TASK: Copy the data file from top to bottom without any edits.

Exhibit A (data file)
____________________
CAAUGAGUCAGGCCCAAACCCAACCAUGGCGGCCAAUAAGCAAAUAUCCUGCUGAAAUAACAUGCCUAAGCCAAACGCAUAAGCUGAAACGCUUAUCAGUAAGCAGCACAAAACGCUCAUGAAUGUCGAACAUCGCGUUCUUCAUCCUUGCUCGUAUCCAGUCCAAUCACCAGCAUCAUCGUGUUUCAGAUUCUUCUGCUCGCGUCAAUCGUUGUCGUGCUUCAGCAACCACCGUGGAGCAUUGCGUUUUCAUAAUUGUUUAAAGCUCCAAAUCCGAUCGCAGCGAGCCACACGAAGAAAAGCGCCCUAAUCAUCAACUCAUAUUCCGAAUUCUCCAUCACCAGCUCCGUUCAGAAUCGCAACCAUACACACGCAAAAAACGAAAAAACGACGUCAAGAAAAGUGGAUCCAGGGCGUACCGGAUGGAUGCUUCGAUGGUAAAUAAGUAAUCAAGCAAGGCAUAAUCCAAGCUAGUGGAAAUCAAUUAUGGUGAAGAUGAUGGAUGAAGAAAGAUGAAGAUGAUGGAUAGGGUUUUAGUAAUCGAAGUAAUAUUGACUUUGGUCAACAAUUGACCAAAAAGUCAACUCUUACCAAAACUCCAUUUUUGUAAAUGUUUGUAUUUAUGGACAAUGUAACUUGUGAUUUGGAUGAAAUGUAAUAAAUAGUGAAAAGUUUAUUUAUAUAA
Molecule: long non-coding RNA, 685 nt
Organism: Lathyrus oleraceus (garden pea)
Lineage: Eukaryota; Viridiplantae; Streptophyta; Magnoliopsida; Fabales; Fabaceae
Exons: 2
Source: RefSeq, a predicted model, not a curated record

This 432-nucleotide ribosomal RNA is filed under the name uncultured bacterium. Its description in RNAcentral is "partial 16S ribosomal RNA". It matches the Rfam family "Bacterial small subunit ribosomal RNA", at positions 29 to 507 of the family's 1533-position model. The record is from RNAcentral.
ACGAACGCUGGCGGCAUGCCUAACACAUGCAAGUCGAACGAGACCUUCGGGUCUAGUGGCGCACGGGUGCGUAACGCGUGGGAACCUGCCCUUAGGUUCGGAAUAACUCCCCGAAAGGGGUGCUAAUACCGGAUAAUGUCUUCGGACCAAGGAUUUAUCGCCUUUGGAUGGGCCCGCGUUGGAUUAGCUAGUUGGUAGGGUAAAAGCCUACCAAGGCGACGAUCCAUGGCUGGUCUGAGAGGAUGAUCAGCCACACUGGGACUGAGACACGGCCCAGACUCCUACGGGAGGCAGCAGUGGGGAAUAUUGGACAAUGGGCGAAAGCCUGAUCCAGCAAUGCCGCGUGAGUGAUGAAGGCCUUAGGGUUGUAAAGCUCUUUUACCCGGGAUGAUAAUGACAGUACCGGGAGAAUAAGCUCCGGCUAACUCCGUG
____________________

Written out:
CAAUGAGUCAGGCCCAAACCCAACCAUGGCGGCCAAUAAGCAAAUAUCCUGCUGAAAUAACAUGCCUAAGCCAAACGCAUAAGCUGAAACGCUUAUCAGUAAGCAGCACAAAACGCUCAUGAAUGUCGAACAUCGCGUUCUUCAUCCUUGCUCGUAUCCAGUCCAAUCACCAGCAUCAUCGUGUUUCAGAUUCUUCUGCUCGCGUCAAUCGUUGUCGUGCUUCAGCAACCACCGUGGAGCAUUGCGUUUUCAUAAUUGUUUAAAGCUCCAAAUCCGAUCGCAGCGAGCCACACGAAGAAAAGCGCCCUAAUCAUCAACUCAUAUUCCGAAUUCUCCAUCACCAGCUCCGUUCAGAAUCGCAACCAUACACACGCAAAAAACGAAAAAACGACGUCAAGAAAAGUGGAUCCAGGGCGUACCGGAUGGAUGCUUCGAUGGUAAAUAAGUAAUCAAGCAAGGCAUAAUCCAAGCUAGUGGAAAUCAAUUAUGGUGAAGAUGAUGGAUGAAGAAAGAUGAAGAUGAUGGAUAGGGUUUUAGUAAUCGAAGUAAUAUUGACUUUGGUCAACAAUUGACCAAAAAGUCAACUCUUACCAAAACUCCAUUUUUGUAAAUGUUUGUAUUUAUGGACAAUGUAACUUGUGAUUUGGAUGAAAUGUAAUAAAUAGUGAAAAGUUUAUUUAUAUAA
Molecule: long non-coding RNA, 685 nt
Organism: Lathyrus oleraceus (garden pea)
Lineage: Eukaryota; Viridiplantae; Streptophyta; Magnoliopsida; Fabales; Fabaceae
Exons: 2
Source: RefSeq, a predicted model, not a curated record

This 432-nucleotide ribosomal RNA is filed under the name uncultured bacterium. Its description in RNAcentral is "partial 16S ribosomal RNA". It matches the Rfam family "Bacterial small subunit ribosomal RNA", at positions 29 to 507 of the family's 1533-position model. The record is from RNAcentral.
ACGAACGCUGGCGGCAUGCCUAACACAUGCAAGUCGAACGAGACCUUCGGGUCUAGUGGCGCACGGGUGCGUAACGCGUGGGAACCUGCCCUUAGGUUCGGAAUAACUCCCCGAAAGGGGUGCUAAUACCGGAUAAUGUCUUCGGACCAAGGAUUUAUCGCCUUUGGAUGGGCCCGCGUUGGAUUAGCUAGUUGGUAGGGUAAAAGCCUACCAAGGCGACGAUCCAUGGCUGGUCUGAGAGGAUGAUCAGCCACACUGGGACUGAGACACGGCCCAGACUCCUACGGGAGGCAGCAGUGGGGAAUAUUGGACAAUGGGCGAAAGCCUGAUCCAGCAAUGCCGCGUGAGUGAUGAAGGCCUUAGGGUUGUAAAGCUCUUUUACCCGGGAUGAUAAUGACAGUACCGGGAGAAUAAGCUCCGGCUAACUCCGUG